Listed here in my breakout column, Milliken is ready to make his senior year one to remember. Considering the troubles Creighton endured last season, Milliken will be needed to step up his game. He is a versatile scorer who can shoot from deep, but is also not afraid taking it to the rim. Milliken averaged 9.6 points per game last season, but expect that number to increase as Creighton head coach Greg McDermott puts more trust in Milliken.
5. Traci Carter, Freshman, Marquette
There is a chance Carter plays point guard and moves Duane Wilson to off guard. Either way, there is a great likelihood that they ill play in the same backcourt. With the way Carter played on Marquette’s trip overseas, the chances he makes an immediate impact looks promising. Carter averaged a robust 13.8 points, 5.8 rebounds, 5.0 assists and 3.3 steals per game in four games in Europe. The freshman looks like he has star appeal written all over him.
4. Myles Davis, Junior, Xavier
As the Musketeers second leading returning scorer (10.6 points per game), Davis is one of the more familiar names on this list. Put simply, Davis is one of the best shooters in the conference and is as dependable as they get from the perimeter. Davis shot .384 percent from three-point range while .872 percent from the free-throw line. With his experience and dead-eye marksmanship, Davis is as solid as it gets from the off-guard position.
— Banners on the Park (@BannersParkway) April 10, 2015
3. Jalen Brunson, Freshman, Villanova
Brunson is yet another point guard listed here, but the McDonald’s All-American is not your ordinary point guard. He has such a vast array of skills in his holster that he could flourish at the two spot, as he can drive to the rim with ease and drill jumpers with regularity. Brunson is just an explosive force on offense and he and Ryan Arcidiacono in the same backcourt figures to be a matchup nightmare for Big East teams. He probably has the most NBA potential of any guard listed here. Brunson only takes a backseat to the next two guards listed here because of what they have accomplished thus far in their careers.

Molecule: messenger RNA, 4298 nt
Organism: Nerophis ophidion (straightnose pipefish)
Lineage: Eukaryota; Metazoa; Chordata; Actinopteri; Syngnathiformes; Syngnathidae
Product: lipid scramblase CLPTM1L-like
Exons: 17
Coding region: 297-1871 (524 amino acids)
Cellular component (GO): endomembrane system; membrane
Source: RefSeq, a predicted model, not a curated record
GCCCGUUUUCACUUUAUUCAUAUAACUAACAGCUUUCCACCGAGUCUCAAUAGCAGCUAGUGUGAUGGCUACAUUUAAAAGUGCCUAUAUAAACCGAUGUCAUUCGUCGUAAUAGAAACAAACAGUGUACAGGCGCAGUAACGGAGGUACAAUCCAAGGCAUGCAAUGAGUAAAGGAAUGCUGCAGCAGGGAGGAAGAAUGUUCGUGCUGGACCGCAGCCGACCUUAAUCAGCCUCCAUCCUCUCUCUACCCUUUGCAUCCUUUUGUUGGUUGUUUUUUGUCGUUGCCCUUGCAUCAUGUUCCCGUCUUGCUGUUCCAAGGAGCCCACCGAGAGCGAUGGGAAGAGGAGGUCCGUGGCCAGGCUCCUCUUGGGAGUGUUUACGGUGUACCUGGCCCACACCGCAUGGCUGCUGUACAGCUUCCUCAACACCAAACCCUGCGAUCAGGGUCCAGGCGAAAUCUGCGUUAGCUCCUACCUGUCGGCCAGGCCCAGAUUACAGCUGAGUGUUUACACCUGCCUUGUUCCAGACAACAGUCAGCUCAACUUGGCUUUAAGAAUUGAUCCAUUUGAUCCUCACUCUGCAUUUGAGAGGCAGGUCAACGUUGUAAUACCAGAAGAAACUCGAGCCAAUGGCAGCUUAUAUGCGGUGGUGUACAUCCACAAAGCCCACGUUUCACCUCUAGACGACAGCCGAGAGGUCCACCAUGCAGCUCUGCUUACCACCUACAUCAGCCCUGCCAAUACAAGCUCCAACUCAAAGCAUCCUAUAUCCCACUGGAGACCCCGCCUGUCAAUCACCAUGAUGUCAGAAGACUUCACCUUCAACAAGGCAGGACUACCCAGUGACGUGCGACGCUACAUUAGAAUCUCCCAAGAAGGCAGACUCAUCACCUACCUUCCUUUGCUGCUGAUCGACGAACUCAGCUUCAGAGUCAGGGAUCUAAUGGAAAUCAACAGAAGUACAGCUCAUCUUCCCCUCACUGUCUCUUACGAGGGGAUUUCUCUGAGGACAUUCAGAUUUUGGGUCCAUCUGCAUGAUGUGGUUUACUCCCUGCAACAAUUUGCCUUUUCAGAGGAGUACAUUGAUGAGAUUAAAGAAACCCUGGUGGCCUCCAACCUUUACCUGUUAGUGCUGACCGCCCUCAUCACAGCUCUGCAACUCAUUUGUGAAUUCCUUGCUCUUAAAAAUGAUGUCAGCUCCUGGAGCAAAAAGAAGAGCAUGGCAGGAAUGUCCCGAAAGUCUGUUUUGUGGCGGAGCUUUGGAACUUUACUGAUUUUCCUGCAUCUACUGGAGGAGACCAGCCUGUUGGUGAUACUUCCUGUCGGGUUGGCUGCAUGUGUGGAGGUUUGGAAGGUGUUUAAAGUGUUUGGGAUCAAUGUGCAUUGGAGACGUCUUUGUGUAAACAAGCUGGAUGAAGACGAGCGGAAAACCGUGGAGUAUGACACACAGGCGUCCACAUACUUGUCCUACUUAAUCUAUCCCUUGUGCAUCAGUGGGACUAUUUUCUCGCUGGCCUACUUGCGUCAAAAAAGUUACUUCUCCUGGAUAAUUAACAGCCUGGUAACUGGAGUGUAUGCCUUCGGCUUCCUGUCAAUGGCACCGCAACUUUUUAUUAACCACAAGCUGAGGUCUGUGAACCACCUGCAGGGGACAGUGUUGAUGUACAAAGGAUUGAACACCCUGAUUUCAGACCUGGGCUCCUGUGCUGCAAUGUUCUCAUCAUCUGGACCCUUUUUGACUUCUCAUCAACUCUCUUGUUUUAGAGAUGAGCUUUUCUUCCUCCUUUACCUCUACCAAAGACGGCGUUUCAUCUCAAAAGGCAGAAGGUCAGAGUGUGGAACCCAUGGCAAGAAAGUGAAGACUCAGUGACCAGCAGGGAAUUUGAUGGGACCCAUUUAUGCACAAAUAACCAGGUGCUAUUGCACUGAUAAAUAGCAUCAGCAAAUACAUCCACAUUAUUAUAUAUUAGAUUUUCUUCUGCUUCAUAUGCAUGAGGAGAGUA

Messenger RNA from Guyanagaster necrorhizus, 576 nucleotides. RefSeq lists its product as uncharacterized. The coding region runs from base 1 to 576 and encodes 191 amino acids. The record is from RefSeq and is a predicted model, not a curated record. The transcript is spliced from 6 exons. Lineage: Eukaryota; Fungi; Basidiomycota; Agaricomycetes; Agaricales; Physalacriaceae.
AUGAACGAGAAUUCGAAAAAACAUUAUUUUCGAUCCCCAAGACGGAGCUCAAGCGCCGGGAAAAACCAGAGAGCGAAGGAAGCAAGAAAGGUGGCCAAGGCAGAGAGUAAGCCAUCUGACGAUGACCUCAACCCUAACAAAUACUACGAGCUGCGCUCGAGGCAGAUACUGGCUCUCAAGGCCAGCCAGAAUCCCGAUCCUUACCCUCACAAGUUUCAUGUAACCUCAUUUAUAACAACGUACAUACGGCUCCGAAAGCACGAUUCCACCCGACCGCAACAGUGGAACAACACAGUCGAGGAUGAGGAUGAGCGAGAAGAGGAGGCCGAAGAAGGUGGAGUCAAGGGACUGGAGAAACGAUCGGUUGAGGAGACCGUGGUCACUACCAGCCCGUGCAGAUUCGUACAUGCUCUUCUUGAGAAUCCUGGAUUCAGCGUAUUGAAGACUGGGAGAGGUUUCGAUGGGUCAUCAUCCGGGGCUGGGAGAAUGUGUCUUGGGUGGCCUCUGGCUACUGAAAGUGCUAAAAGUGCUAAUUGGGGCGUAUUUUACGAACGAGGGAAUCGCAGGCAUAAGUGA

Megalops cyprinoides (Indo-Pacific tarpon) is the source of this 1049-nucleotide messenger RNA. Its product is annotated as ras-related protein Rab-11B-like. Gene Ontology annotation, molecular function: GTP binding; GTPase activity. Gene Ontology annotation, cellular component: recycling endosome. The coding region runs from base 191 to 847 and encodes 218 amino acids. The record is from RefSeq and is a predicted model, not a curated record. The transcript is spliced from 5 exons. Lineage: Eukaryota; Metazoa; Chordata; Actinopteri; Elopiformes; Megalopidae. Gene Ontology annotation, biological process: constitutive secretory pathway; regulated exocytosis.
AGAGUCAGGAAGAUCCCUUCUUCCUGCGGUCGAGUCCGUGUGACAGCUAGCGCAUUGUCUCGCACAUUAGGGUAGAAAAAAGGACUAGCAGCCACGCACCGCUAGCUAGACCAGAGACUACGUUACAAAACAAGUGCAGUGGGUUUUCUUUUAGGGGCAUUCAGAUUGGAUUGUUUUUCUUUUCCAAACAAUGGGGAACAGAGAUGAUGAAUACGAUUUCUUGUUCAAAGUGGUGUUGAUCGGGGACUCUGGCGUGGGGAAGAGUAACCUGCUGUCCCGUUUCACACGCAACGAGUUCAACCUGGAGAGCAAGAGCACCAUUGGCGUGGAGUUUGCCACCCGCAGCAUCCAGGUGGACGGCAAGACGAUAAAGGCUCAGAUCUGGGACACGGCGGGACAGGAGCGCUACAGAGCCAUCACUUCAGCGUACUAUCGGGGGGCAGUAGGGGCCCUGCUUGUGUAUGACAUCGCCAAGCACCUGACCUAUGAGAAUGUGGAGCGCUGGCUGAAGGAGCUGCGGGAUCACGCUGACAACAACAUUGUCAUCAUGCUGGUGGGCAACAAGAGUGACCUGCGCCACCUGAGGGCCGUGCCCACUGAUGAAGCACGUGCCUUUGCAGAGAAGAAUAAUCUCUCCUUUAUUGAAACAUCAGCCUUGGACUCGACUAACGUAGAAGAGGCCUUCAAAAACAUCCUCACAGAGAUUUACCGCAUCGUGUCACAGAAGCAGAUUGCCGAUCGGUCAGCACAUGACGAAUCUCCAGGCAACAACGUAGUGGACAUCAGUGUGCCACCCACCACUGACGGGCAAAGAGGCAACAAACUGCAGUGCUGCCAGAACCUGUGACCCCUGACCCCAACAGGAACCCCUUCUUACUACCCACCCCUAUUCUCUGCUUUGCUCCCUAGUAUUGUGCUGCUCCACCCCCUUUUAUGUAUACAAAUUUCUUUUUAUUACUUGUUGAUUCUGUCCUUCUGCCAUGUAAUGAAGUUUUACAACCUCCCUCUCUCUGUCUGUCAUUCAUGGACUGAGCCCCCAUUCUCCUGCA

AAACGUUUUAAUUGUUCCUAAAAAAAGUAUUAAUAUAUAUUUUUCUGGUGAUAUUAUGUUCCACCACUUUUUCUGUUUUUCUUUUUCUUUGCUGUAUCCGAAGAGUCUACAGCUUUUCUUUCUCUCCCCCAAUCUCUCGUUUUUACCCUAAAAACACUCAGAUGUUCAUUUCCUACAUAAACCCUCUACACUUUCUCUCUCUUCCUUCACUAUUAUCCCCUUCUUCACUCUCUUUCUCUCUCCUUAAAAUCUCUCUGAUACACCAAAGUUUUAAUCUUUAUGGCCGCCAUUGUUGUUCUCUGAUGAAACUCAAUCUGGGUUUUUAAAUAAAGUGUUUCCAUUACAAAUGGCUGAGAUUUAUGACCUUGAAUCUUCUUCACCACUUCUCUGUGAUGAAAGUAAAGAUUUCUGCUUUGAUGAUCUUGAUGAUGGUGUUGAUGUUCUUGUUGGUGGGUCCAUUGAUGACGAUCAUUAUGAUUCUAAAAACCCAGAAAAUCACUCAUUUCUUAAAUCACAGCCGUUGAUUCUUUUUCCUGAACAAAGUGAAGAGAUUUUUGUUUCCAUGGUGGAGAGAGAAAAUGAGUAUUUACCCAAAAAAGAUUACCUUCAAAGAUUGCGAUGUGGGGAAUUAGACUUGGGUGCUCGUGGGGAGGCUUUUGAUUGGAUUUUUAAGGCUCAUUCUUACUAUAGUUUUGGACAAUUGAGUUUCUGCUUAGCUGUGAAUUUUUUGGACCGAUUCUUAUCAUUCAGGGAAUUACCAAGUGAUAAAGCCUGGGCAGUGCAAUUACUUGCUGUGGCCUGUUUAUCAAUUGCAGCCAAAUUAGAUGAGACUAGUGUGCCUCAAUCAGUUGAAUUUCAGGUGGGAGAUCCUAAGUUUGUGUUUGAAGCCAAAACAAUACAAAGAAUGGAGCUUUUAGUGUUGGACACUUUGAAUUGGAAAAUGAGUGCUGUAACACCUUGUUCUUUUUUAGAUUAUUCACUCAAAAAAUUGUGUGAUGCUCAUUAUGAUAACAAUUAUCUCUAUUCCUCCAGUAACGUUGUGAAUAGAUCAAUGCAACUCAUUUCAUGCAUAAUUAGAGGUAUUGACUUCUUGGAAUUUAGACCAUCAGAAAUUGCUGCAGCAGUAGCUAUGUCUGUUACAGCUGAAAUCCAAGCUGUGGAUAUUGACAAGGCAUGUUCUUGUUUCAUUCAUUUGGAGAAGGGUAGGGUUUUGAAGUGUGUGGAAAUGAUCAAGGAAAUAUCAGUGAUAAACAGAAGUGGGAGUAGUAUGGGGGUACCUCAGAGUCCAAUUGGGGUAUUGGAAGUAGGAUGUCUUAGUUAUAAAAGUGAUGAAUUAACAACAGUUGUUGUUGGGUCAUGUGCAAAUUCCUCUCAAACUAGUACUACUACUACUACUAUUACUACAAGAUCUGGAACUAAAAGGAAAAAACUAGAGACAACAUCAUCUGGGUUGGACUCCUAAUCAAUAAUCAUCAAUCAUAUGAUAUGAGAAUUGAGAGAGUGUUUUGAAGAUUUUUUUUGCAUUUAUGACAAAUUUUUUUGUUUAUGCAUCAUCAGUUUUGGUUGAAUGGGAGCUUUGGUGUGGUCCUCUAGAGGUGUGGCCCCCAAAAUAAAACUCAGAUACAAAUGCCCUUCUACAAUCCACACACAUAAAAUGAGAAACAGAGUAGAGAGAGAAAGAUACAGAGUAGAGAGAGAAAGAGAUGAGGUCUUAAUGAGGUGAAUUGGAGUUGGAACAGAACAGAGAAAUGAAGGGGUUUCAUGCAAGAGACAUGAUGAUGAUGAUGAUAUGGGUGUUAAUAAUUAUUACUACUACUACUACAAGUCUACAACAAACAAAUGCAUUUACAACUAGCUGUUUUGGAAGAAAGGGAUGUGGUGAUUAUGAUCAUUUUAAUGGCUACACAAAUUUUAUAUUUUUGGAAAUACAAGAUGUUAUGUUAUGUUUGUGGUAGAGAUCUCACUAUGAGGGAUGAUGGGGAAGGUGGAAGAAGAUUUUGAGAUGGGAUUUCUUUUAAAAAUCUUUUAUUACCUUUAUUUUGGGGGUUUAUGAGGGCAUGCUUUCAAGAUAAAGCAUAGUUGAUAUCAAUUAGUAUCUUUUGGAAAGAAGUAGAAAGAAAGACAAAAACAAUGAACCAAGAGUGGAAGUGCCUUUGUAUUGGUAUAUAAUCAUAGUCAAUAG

2. Kellen Dunham, Senior, Butler
As one of the more dangerous shooters and overall scorers in the Big East, there is a lot to like about Dunham’s game. He is coming off a season in which he averaged 16.5 points, while shooting .429 percent from the floor, .850 percent from the free-throw line and .410 percent from the three-point line and being named to the all-Big East First Team. The senior is about as money as they get, and when you need a big shot late in the game, look no further than Dunham. He is cold blooded. If all goes all well, Dunham could contend for All-America honors.
Holtmann says he talked with Kellen Dunham about losing weight to maximize fitness level. Said KD has lost a few pounds, lowered body fat %.
— Tyler Hicks (@THicksBH) July 28, 2015
1. D’Vauntes Smith-Rivera, Senior, Georgetown
Like Dunham, Smith-Rivera also made all-Big East First Team last season after averaging 16.3 points, 4.2 rebounds and 3.2 assists per game while shooting .387 percent from three-point range. With him wisely rescinding his name from NBA draft consideration, Smith-Rivera is poised to make his senior campaign a memorable one. The hard-nosed guard is so smooth yet tough, and there are not may players who possess his clutch gene. The Hoyas success this season begins and ends with how Smith-Rivera plays.